Finally! My Hamilton Beach Sandwich Grill !

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My Electric Grill being delivered just in time for tea!

 

I love taking part in contests and if it is food related all the better to eat dear! So I signed up for the #CreateFearlessly contest sponsored by #HamiltonBeach in conjunction with #Blogadda and wondered what they’d send me – a sandwich grill or a coffee machine?

I waited a fair bit, even received a call and an email from Blogadda asking whether I’d got the gadget and was frankly getting quite worried:

  • Did it come while I was away ( very rare for me these days)
  • Was it filched along the way ( A possibility indeed)
  • Or did Blogadda change its mind ( NO not possible my mind screamed)

So I sent them an email saying that I didn’t receive the parcel and no sooner did I press  SEND than the doorbell rang and two scruffy looking men bearing this huge big parcel with a sandwich grill stood before me. Strangely they asked me to stamp my office stamp (really I don’t have an office), failing which I was to show them proof of identities like a PAN card or Driver’s Licence. This was the first time ever I was asked such a question by a courier company and not wishing to share my personal information with them, handed over my visiting card which announced my name and title as BLOGGER.

They looked suitably aghast as they muttered ” Yeh kya hai?” but I already had some guests at home and quickly shut the door.

Getting down to #CreateFearlessly

Ever since I’d seen this dumb movie called CHEF, I wanted to make a grilled ham and cheese sandwich so the moment I could manage it I asked Bayda to help me unpack the gadget.

 

Then with everything ready, I set down to making my first #CreateFearlessly Panini.

Verdict

The instructions to start the grill were clear enough but Bayda did spend a few moments trying to figure how to open it. On closer inspection I found the catch on the side and released it to allow both the covers to come apart.

The grill heats up fast and the sandwich did slip out only because it was too thick but within minutes I had the yummiest grilled sandwich – crunchy crusty warm and toasty.

 

A Healthy Child Makes a Happy Home

This post is part of the Indiblogger Happy Hour campaign and is my entry

English: Healthy Child Healthy World Logo
English: Healthy Child Healthy World Logo (Photo credit: Wikipedia)

for Dabur India’s Chyawanprash which increases a child’s immunity threefold.

 

Children today face a lot of germs in crowded school buses, playgrounds and class rooms. While it is impossible to keep a child away from germs, it is possible to give the child enough immunity to not succumb to every germ it comes into contact with. A sick child is miserable not only because he is kept at home, but also because he physically suffers the disease that is ravaging him. And we all know how a sick child can throw your entire routine out of gear. It makes you sad, miserable and tetchy to deal with a child who is feeling out of sorts.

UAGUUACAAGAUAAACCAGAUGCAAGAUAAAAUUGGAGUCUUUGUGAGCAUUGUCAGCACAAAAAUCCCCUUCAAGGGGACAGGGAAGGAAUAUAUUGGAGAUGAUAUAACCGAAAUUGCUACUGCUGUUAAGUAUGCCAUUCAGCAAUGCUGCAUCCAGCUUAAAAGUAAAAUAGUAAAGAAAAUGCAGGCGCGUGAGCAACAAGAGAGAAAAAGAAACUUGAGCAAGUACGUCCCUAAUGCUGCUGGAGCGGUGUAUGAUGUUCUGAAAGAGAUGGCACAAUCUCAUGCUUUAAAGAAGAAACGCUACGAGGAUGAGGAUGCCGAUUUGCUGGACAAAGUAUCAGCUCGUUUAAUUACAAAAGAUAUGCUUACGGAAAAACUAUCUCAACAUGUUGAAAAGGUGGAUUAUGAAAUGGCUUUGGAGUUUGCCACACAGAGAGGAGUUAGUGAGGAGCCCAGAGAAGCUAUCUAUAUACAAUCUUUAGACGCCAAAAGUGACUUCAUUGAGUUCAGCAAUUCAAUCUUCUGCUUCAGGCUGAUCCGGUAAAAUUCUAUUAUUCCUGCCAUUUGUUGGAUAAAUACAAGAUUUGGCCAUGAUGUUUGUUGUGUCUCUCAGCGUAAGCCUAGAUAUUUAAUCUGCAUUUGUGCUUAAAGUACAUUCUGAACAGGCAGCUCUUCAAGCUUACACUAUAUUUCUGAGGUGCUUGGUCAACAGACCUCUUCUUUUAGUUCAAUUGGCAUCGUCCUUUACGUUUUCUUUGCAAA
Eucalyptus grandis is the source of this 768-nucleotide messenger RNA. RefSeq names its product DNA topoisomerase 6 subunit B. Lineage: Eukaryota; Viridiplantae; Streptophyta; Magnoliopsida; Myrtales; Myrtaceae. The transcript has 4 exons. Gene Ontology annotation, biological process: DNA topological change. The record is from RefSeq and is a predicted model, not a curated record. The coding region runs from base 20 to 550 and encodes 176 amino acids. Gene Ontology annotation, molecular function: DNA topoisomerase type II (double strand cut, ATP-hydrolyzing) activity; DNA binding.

So the next best thing to do would be to ensure that your child remains healthy with good nutrition, proper rest and of course healthy happy genes. While the last is not in your hands, the first two definitely are and it won’t hurt if you take some help from supplementary foods that go by the fancy name of nutraceuticals. In fact, long before this trend became fashionable, Dabur’s has been keeping Indian homes happy and healthy with their wide range of healthcare products particularly Dabur’s Chyawanprash which is made up of natural herbs.

Traditional Indian medicine has long used herbal remedies to deal with day to day hiccups in one’s health. Dahi bhaat or curd rice is a standard remedy for an upset tummy especially when the rice is overcooked to mush, the dahi added is sweet and the dish mixed with love and care. When you feel the appetite returning, you can add some popped mustard seed seasoning or even a bit of chopped onion and coriander to see that smile come back to your child’s face.

Similarly, a standard recipe for convalescents is the mildly spiced khichadi or moong daal and rice mix that is also overcooked and flavoured with home made fresh ghee. A crisp fried papad is all that is left to make even the most reluctant sick child  want to eat it.

What is more important than treating a sick child is keeping a child healthy and happy.